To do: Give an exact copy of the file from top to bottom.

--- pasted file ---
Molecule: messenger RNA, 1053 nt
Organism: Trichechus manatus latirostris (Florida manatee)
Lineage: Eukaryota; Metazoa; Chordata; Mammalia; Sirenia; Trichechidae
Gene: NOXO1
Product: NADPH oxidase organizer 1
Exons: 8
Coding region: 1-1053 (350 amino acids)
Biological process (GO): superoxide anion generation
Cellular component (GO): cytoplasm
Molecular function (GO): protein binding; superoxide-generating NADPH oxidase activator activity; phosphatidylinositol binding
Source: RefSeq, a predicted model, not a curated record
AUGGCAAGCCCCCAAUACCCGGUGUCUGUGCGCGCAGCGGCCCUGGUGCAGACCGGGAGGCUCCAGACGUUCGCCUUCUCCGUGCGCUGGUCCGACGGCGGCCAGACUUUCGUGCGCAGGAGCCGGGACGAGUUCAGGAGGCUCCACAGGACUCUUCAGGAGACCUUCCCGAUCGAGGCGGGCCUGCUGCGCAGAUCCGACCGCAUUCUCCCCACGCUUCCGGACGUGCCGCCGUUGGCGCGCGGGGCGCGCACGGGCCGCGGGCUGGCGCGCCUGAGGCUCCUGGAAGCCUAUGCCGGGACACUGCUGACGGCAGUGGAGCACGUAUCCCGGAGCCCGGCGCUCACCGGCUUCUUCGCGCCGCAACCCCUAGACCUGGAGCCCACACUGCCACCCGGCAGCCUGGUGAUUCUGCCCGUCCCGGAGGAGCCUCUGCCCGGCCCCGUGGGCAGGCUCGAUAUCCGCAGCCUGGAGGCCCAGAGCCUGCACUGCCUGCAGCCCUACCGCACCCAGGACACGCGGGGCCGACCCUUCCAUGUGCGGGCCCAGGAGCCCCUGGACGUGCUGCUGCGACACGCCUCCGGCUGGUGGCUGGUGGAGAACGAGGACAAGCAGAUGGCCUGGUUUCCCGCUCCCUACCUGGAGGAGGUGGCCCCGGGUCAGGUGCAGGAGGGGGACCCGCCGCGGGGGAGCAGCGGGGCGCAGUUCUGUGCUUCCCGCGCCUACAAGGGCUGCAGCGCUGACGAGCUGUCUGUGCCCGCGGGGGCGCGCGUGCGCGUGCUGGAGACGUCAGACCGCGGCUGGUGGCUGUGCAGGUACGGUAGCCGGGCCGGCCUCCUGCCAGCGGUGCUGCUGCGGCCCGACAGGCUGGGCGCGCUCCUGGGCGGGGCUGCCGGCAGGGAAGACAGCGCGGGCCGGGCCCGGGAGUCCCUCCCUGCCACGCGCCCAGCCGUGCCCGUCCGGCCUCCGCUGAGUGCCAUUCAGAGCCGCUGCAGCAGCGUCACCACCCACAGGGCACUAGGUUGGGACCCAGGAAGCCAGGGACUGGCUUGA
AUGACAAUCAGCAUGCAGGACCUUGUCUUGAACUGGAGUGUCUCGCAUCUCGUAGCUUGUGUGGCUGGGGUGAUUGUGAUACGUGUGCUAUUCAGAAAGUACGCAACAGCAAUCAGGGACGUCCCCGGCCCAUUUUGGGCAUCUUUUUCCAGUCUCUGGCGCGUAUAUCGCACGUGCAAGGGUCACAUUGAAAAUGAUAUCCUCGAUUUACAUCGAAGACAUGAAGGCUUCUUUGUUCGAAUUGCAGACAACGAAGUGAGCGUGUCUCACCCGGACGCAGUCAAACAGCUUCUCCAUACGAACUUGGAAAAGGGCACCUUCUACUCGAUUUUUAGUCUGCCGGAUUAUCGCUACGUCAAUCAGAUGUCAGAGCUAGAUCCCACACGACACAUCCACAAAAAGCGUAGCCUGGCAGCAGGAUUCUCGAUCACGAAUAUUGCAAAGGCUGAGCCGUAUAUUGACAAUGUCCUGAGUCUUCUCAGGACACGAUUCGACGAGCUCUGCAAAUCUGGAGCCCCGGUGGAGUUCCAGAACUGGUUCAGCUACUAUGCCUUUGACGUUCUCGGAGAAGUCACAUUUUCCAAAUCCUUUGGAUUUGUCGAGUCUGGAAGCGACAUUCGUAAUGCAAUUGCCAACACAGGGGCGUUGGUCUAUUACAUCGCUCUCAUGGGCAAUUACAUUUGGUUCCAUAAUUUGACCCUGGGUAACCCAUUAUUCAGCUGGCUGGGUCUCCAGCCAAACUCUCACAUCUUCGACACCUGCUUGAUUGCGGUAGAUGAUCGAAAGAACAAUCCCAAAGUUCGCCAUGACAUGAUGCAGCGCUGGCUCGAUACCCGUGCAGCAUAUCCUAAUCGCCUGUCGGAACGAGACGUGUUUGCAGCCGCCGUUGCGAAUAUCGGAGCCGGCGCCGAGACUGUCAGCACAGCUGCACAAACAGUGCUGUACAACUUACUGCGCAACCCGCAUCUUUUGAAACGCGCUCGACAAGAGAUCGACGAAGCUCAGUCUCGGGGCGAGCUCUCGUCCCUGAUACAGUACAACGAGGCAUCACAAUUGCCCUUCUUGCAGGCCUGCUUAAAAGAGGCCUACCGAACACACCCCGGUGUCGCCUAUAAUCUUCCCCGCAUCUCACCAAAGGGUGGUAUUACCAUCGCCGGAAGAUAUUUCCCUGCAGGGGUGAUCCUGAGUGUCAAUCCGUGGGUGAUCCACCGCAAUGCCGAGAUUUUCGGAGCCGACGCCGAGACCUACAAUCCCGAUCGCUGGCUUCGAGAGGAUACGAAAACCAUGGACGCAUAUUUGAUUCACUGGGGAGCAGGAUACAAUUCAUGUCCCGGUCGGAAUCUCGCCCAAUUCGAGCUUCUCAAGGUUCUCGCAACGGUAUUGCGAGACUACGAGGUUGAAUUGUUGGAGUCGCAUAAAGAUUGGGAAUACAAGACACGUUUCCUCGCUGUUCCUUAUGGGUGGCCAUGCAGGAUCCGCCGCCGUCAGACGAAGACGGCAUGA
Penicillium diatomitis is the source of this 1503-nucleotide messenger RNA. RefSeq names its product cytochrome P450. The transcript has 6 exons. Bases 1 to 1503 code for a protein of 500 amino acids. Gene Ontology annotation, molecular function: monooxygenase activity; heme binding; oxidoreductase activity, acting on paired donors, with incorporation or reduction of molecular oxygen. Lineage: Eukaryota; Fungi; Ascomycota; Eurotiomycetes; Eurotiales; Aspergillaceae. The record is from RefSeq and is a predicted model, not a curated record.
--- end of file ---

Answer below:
Molecule: messenger RNA, 1053 nt
Organism: Trichechus manatus latirostris (Florida manatee)
Lineage: Eukaryota; Metazoa; Chordata; Mammalia; Sirenia; Trichechidae
Gene: NOXO1
Product: NADPH oxidase organizer 1
Exons: 8
Coding region: 1-1053 (350 amino acids)
Biological process (GO): superoxide anion generation
Cellular component (GO): cytoplasm
Molecular function (GO): protein binding; superoxide-generating NADPH oxidase activator activity; phosphatidylinositol binding
Source: RefSeq, a predicted model, not a curated record
AUGGCAAGCCCCCAAUACCCGGUGUCUGUGCGCGCAGCGGCCCUGGUGCAGACCGGGAGGCUCCAGACGUUCGCCUUCUCCGUGCGCUGGUCCGACGGCGGCCAGACUUUCGUGCGCAGGAGCCGGGACGAGUUCAGGAGGCUCCACAGGACUCUUCAGGAGACCUUCCCGAUCGAGGCGGGCCUGCUGCGCAGAUCCGACCGCAUUCUCCCCACGCUUCCGGACGUGCCGCCGUUGGCGCGCGGGGCGCGCACGGGCCGCGGGCUGGCGCGCCUGAGGCUCCUGGAAGCCUAUGCCGGGACACUGCUGACGGCAGUGGAGCACGUAUCCCGGAGCCCGGCGCUCACCGGCUUCUUCGCGCCGCAACCCCUAGACCUGGAGCCCACACUGCCACCCGGCAGCCUGGUGAUUCUGCCCGUCCCGGAGGAGCCUCUGCCCGGCCCCGUGGGCAGGCUCGAUAUCCGCAGCCUGGAGGCCCAGAGCCUGCACUGCCUGCAGCCCUACCGCACCCAGGACACGCGGGGCCGACCCUUCCAUGUGCGGGCCCAGGAGCCCCUGGACGUGCUGCUGCGACACGCCUCCGGCUGGUGGCUGGUGGAGAACGAGGACAAGCAGAUGGCCUGGUUUCCCGCUCCCUACCUGGAGGAGGUGGCCCCGGGUCAGGUGCAGGAGGGGGACCCGCCGCGGGGGAGCAGCGGGGCGCAGUUCUGUGCUUCCCGCGCCUACAAGGGCUGCAGCGCUGACGAGCUGUCUGUGCCCGCGGGGGCGCGCGUGCGCGUGCUGGAGACGUCAGACCGCGGCUGGUGGCUGUGCAGGUACGGUAGCCGGGCCGGCCUCCUGCCAGCGGUGCUGCUGCGGCCCGACAGGCUGGGCGCGCUCCUGGGCGGGGCUGCCGGCAGGGAAGACAGCGCGGGCCGGGCCCGGGAGUCCCUCCCUGCCACGCGCCCAGCCGUGCCCGUCCGGCCUCCGCUGAGUGCCAUUCAGAGCCGCUGCAGCAGCGUCACCACCCACAGGGCACUAGGUUGGGACCCAGGAAGCCAGGGACUGGCUUGA
AUGACAAUCAGCAUGCAGGACCUUGUCUUGAACUGGAGUGUCUCGCAUCUCGUAGCUUGUGUGGCUGGGGUGAUUGUGAUACGUGUGCUAUUCAGAAAGUACGCAACAGCAAUCAGGGACGUCCCCGGCCCAUUUUGGGCAUCUUUUUCCAGUCUCUGGCGCGUAUAUCGCACGUGCAAGGGUCACAUUGAAAAUGAUAUCCUCGAUUUACAUCGAAGACAUGAAGGCUUCUUUGUUCGAAUUGCAGACAACGAAGUGAGCGUGUCUCACCCGGACGCAGUCAAACAGCUUCUCCAUACGAACUUGGAAAAGGGCACCUUCUACUCGAUUUUUAGUCUGCCGGAUUAUCGCUACGUCAAUCAGAUGUCAGAGCUAGAUCCCACACGACACAUCCACAAAAAGCGUAGCCUGGCAGCAGGAUUCUCGAUCACGAAUAUUGCAAAGGCUGAGCCGUAUAUUGACAAUGUCCUGAGUCUUCUCAGGACACGAUUCGACGAGCUCUGCAAAUCUGGAGCCCCGGUGGAGUUCCAGAACUGGUUCAGCUACUAUGCCUUUGACGUUCUCGGAGAAGUCACAUUUUCCAAAUCCUUUGGAUUUGUCGAGUCUGGAAGCGACAUUCGUAAUGCAAUUGCCAACACAGGGGCGUUGGUCUAUUACAUCGCUCUCAUGGGCAAUUACAUUUGGUUCCAUAAUUUGACCCUGGGUAACCCAUUAUUCAGCUGGCUGGGUCUCCAGCCAAACUCUCACAUCUUCGACACCUGCUUGAUUGCGGUAGAUGAUCGAAAGAACAAUCCCAAAGUUCGCCAUGACAUGAUGCAGCGCUGGCUCGAUACCCGUGCAGCAUAUCCUAAUCGCCUGUCGGAACGAGACGUGUUUGCAGCCGCCGUUGCGAAUAUCGGAGCCGGCGCCGAGACUGUCAGCACAGCUGCACAAACAGUGCUGUACAACUUACUGCGCAACCCGCAUCUUUUGAAACGCGCUCGACAAGAGAUCGACGAAGCUCAGUCUCGGGGCGAGCUCUCGUCCCUGAUACAGUACAACGAGGCAUCACAAUUGCCCUUCUUGCAGGCCUGCUUAAAAGAGGCCUACCGAACACACCCCGGUGUCGCCUAUAAUCUUCCCCGCAUCUCACCAAAGGGUGGUAUUACCAUCGCCGGAAGAUAUUUCCCUGCAGGGGUGAUCCUGAGUGUCAAUCCGUGGGUGAUCCACCGCAAUGCCGAGAUUUUCGGAGCCGACGCCGAGACCUACAAUCCCGAUCGCUGGCUUCGAGAGGAUACGAAAACCAUGGACGCAUAUUUGAUUCACUGGGGAGCAGGAUACAAUUCAUGUCCCGGUCGGAAUCUCGCCCAAUUCGAGCUUCUCAAGGUUCUCGCAACGGUAUUGCGAGACUACGAGGUUGAAUUGUUGGAGUCGCAUAAAGAUUGGGAAUACAAGACACGUUUCCUCGCUGUUCCUUAUGGGUGGCCAUGCAGGAUCCGCCGCCGUCAGACGAAGACGGCAUGA
Penicillium diatomitis is the source of this 1503-nucleotide messenger RNA. RefSeq names its product cytochrome P450. The transcript has 6 exons. Bases 1 to 1503 code for a protein of 500 amino acids. Gene Ontology annotation, molecular function: monooxygenase activity; heme binding; oxidoreductase activity, acting on paired donors, with incorporation or reduction of molecular oxygen. Lineage: Eukaryota; Fungi; Ascomycota; Eurotiomycetes; Eurotiales; Aspergillaceae. The record is from RefSeq and is a predicted model, not a curated record.